More on Antopol

Google Antopol, and you’ll get lots of hits related to Molly Antopol, the American author of The UnAmericans, a short story collection. Her ancestors, like Stephen Miller’s and David Glosser’s, once lived in that shtetl in the Grodno area, in the Polesie region of what is now Belarus. Visiting Israel in 2000, she was given a “remembrance book” (sefer yizkor in Hebrew, yizkor/yizker bukh in Yiddish) for Antopol. I believe it can be found online (as “Antopol 1972”) at the New York Public Library, as well as an earlier Hebrew volume on Antopol (1966). An English version of the 1972 book is available at JewishGen but some of the images from the Israeli edition seem to be missing.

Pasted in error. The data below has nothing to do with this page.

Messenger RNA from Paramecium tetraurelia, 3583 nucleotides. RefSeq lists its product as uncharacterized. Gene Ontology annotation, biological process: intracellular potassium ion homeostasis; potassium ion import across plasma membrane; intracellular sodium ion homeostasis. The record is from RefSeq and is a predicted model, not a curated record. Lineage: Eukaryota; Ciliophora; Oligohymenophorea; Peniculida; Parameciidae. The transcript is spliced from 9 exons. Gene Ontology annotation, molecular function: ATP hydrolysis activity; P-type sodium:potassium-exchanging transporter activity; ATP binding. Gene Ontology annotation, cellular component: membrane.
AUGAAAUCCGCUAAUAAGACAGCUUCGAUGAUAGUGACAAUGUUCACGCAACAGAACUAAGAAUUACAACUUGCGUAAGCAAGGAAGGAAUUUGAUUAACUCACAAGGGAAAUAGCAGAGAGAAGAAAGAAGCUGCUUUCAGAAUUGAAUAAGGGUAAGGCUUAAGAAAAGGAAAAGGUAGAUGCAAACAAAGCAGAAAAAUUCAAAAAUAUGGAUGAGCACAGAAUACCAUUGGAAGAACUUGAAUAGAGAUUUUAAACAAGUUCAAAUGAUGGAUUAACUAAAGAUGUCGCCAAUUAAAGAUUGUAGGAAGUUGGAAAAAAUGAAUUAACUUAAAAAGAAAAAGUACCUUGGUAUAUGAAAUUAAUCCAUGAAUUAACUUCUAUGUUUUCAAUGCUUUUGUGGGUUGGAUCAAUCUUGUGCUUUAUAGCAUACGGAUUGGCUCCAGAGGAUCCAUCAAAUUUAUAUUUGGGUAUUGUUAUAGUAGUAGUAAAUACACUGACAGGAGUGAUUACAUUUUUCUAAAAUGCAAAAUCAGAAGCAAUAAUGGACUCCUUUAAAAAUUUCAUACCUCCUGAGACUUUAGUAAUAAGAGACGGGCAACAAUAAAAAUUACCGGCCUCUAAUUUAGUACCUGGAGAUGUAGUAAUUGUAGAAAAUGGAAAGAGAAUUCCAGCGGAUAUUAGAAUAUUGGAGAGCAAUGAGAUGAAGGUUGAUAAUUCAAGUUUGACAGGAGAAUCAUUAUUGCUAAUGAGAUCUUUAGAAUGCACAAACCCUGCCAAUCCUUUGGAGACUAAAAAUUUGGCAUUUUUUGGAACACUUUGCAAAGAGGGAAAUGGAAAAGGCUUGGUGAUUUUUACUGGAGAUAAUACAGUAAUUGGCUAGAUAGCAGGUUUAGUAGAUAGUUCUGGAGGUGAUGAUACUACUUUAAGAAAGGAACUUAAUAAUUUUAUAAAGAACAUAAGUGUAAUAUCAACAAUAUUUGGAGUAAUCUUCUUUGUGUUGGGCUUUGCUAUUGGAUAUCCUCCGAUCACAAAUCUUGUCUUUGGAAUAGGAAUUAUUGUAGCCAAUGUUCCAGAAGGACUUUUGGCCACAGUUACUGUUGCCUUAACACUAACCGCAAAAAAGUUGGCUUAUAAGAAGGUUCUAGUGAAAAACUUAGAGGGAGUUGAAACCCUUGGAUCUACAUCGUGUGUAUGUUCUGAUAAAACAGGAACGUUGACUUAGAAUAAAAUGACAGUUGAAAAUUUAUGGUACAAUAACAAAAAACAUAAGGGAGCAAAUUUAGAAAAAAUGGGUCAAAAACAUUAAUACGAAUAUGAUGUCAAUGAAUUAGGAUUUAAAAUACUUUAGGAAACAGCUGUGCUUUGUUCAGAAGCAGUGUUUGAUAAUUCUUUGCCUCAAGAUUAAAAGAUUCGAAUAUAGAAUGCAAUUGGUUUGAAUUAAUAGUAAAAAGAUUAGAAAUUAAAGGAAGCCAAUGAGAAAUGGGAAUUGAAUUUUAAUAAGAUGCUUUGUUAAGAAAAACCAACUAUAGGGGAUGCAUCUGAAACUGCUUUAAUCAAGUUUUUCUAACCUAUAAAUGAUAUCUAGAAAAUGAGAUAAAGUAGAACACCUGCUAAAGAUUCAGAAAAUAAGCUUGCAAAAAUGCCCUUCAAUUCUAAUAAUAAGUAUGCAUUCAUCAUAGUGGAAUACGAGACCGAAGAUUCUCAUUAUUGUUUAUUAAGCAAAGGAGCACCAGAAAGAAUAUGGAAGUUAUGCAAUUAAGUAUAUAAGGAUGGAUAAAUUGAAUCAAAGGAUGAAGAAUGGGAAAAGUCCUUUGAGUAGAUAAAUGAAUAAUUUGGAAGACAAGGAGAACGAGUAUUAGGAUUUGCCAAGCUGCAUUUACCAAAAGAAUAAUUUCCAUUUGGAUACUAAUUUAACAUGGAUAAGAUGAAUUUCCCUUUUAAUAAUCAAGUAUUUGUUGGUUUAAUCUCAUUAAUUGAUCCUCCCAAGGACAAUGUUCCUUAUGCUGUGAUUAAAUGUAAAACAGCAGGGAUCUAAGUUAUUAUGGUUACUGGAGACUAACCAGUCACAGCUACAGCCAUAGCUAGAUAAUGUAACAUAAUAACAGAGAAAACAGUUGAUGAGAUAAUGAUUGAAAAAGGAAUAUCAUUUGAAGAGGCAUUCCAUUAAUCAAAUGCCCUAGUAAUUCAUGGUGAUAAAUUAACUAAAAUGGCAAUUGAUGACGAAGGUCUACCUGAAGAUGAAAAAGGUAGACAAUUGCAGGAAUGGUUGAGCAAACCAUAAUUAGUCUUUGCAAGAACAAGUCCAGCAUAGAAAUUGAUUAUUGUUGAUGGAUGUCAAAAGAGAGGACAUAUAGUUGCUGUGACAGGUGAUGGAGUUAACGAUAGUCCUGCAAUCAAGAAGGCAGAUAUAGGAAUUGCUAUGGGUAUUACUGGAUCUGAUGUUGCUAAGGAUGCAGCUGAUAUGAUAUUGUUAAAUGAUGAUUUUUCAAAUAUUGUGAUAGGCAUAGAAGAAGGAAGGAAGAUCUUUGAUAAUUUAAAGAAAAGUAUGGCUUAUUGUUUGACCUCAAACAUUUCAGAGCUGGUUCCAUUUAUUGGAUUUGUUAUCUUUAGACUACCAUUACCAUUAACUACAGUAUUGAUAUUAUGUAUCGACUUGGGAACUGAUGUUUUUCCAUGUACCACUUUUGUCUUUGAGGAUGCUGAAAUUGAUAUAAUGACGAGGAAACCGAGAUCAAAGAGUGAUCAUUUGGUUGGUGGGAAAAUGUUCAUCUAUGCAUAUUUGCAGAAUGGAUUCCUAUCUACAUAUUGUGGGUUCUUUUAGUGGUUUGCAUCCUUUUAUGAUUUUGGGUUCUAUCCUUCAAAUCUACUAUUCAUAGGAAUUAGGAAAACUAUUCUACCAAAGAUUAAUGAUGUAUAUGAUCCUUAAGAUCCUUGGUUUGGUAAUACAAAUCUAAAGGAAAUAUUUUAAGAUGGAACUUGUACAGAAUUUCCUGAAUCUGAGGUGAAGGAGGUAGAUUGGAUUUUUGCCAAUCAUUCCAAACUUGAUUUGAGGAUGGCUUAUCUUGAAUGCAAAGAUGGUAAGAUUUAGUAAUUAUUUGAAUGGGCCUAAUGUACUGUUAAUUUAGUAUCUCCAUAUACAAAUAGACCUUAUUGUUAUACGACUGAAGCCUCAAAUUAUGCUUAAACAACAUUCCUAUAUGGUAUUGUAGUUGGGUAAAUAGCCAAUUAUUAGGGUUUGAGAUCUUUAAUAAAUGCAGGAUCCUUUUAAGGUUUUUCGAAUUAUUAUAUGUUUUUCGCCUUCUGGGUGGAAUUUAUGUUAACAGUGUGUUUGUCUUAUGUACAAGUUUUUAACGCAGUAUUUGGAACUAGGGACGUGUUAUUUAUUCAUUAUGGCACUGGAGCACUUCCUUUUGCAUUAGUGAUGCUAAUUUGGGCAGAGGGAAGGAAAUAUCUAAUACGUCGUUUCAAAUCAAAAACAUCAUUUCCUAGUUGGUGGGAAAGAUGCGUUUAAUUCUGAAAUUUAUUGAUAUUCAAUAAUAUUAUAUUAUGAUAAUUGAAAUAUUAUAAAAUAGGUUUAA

These memory books are not necessarily reliable sources for the study of local history due to their genre limitations. The Nazis occupied Antopol three days after attacking the USSR, leaving no time for residents to flee. The town’s Jewish community was trapped and later destroyed. If the remembrance book is to serve as a gravestone for the martyrs, it leaves little room for a critical or academic approach. But it’s still a valuable source even for a non-specialist. Its essays and memoirs necessarily idealize the ways and mores of the past but leave no doubt that Antopol was not a “village of subsistence farmers.”

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